The rumor “fuel” of Google’s impending acquisition, the “spice” from recent hires and a dash of speculation point at LEO, Ku-band, HTS with small satellites that are easy to replace. The last mile could be cellular 3G/4G, which would mean Google’s system becomes backhaul like another O3b. Unlikely. Alternatively, a fancy “Kymeta-like” antenna system could make it easier to connect Points-of-Presence on the ground, with final delivery over Wi-Fi. Tough to deploy. Anything that requires an additional radio in today’s fragmented “mobile” handset market would see slow take-up. Anything that caters only to “fixed” homes via a conventional dish will hit a glass ceiling that the ViaSat’s and Hughes’ of the world will likely experience in the near future.
It is obvious that the right answer is not simple, even though the final product needs to be... just that. Especially if it has to provide even “3G-like speeds” to the remote villages of India, China or Africa. Any combination of the above ingredients requires significant investment, and here is where Google’s ad-driven pockets come handy.
NSR’s Bottom Line
Google today can afford to invest in any and every technology, market and business plan that helps more people access the Internet farther and faster. The finer print there is that the majority of people going online are using Google’s search and apps services. The ads generated therein will end up paying for all such systems and will still leave cash to spare. NSR believes that given a couple of years, there will in all probability be a satellite / drone / balloon version of Google’s ISP plans. Our collective “gut” says HTS satellites in LEO will be the “killer” combination, but the lack of past precedence warrants caution.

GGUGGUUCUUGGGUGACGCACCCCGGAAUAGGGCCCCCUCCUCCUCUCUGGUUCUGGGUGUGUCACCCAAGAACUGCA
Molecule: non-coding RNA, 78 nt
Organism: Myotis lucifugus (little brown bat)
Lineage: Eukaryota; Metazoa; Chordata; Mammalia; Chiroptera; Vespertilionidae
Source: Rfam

The reason the “unconnected 5 Billion” still exist is simple—disposable income. For many, this means no cell phones, computers or electricity to power these devices and funds to pay for the monthly service. And if Google’s monthly service is looking at an ARPU level of $2 to $5 per month, there will still be gaps to fill. Greg Wyler, who founded O3b (the other 3 billion), wanted to do exactly this, but O3b is now looking at Oil & Gas, Cruise ships, Military and other high-paying verticals to support the business case and ROI. Google's capacity supply play, while fantastic for the satellite industry, finally needs to address these end users and their consumption profile.
- About the author